This term, lovingkindness, encompasses simple love and care for other beings and ourselves. Kornfield writes, “In the end, when we look at our life, the questions will be simple. Did I live fully? Did I love well?” Lovingkindness meditation connects us with the deepest desires of our heart. To feel love and care, to be held in love and care—this brings meaning and peace. The felt sense of lovingkindness moves us out of fear.
The Buddha said,
“Like a caring mother holding and guarding the life of her only child, so with a boundless heart of lovingkindness, hold yourself and all beings as your beloved children.”
Many people find it difficult at first to offer lovingkindness to themselves. It may feel awkward, unfamiliar, or mechanical. But we can cultivate this capacity, and we need to do so in order to move through the world with kindness toward others. Kornfield writes, “One of the greatest blocks to lovingkindness is our own sense of unworthiness. If we leave ourselves out of the circle of love and compassion, we have misunderstood.”
The meditation practice includes offering wishes of health, safety, peace, and happiness to ourselves, to those we love, to strangers, and to difficult others. As with forgiveness, it may not be possible at first to offer well wishes to someone who has hurt us. And as with forgiveness, we don’t need to offer any outward gestures to a harmful or unsafe person. (Though these practices can help us to reconcile with someone when we want to.) What we are cultivating is an inward softening of the heart. We are cultivating an inward environment of healing and wellbeing.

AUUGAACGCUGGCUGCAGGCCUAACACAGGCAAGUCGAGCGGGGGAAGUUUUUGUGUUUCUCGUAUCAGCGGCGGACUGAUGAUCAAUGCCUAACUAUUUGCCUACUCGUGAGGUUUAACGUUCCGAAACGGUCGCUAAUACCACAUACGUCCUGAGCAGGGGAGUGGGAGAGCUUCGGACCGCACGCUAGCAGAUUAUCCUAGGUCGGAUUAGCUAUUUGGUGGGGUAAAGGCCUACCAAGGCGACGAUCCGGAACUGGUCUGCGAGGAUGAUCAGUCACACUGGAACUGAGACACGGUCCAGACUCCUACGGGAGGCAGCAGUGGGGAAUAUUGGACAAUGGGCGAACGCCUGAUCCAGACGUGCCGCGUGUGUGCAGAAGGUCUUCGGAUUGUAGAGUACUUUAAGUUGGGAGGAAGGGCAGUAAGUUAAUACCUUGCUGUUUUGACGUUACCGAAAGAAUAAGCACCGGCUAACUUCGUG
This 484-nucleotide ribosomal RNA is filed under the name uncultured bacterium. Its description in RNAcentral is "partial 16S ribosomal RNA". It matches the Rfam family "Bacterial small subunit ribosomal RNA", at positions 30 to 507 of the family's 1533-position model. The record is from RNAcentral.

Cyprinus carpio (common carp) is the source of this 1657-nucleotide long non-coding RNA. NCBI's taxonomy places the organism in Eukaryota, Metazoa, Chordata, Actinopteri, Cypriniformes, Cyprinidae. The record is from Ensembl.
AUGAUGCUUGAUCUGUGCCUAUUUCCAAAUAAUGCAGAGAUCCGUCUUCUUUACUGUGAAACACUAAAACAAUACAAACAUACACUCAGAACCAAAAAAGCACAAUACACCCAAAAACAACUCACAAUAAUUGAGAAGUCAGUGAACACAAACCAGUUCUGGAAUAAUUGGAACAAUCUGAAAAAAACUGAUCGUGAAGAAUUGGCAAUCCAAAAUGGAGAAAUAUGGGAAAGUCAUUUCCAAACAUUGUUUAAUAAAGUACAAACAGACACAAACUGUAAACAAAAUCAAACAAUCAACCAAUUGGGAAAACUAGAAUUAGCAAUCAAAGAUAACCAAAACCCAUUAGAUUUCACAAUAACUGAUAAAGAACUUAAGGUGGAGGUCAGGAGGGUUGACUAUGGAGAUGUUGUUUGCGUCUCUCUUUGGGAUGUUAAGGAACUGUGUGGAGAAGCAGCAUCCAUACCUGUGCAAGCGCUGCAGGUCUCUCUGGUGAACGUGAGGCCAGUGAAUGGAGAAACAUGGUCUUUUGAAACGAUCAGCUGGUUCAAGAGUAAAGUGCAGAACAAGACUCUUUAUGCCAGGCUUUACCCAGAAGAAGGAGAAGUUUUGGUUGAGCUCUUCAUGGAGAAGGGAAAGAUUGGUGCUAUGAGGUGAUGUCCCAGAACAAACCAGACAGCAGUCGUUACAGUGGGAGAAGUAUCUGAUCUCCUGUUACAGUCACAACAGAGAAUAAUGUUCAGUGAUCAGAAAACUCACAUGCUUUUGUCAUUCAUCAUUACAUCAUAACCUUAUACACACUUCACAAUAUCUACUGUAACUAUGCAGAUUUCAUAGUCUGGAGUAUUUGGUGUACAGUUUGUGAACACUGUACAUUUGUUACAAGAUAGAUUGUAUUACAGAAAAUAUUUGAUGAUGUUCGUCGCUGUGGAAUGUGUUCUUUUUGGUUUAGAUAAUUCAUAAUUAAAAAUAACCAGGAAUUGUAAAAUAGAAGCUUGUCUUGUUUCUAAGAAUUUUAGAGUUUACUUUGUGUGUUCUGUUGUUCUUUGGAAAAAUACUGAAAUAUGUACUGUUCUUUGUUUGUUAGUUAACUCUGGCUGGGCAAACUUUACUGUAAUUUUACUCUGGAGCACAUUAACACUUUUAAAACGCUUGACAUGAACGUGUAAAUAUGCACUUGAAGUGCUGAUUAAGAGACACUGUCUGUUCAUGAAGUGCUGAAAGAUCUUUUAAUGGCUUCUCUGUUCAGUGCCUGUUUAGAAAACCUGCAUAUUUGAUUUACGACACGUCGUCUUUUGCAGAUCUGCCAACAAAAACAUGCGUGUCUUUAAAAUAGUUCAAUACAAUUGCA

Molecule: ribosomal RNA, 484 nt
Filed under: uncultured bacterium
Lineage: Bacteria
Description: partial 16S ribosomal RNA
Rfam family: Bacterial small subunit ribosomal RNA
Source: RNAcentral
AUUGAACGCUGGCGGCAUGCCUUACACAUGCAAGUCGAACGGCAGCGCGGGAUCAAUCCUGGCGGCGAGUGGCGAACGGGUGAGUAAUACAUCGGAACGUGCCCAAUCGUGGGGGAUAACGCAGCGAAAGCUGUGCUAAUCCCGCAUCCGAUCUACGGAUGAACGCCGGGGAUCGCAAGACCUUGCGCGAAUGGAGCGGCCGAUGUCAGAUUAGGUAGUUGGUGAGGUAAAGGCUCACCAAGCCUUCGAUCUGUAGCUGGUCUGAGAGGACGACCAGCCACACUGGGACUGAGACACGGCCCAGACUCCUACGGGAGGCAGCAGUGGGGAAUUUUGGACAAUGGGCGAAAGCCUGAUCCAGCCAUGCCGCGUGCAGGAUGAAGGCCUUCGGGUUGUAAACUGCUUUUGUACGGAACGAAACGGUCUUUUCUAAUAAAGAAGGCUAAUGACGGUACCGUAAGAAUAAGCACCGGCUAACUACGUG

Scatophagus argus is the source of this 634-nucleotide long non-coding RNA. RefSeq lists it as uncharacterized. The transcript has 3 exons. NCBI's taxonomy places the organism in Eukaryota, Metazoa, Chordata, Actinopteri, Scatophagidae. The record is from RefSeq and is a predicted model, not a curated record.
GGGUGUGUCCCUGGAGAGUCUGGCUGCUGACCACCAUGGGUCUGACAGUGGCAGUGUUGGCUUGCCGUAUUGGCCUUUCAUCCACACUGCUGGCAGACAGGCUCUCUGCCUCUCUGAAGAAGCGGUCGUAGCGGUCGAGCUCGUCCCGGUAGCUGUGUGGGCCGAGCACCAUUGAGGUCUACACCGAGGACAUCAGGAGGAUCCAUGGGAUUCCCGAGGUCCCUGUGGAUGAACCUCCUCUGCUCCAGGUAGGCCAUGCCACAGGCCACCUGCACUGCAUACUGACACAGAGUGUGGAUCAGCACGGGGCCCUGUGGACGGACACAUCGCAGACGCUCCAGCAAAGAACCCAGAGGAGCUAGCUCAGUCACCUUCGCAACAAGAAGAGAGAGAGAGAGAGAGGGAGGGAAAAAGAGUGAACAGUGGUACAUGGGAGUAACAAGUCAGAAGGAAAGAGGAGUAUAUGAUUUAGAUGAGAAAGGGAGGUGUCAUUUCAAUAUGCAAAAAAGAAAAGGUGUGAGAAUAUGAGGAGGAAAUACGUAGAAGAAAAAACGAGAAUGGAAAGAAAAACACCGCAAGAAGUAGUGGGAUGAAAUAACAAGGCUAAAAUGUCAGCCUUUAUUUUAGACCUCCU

“This understanding can help,” Kornfield writes. “Hate is the first and most obvious enemy of love. Hate hardens the heart. It holds tight to our pain and anger so that the other is cast as inhuman. Hate disfigures our spirit.” In lovingkindness practice, we move beyond judgment and blame. Carrying these burdens does not help us. We can understand and honor what has happened, and still sense into a feeling of shared humanity.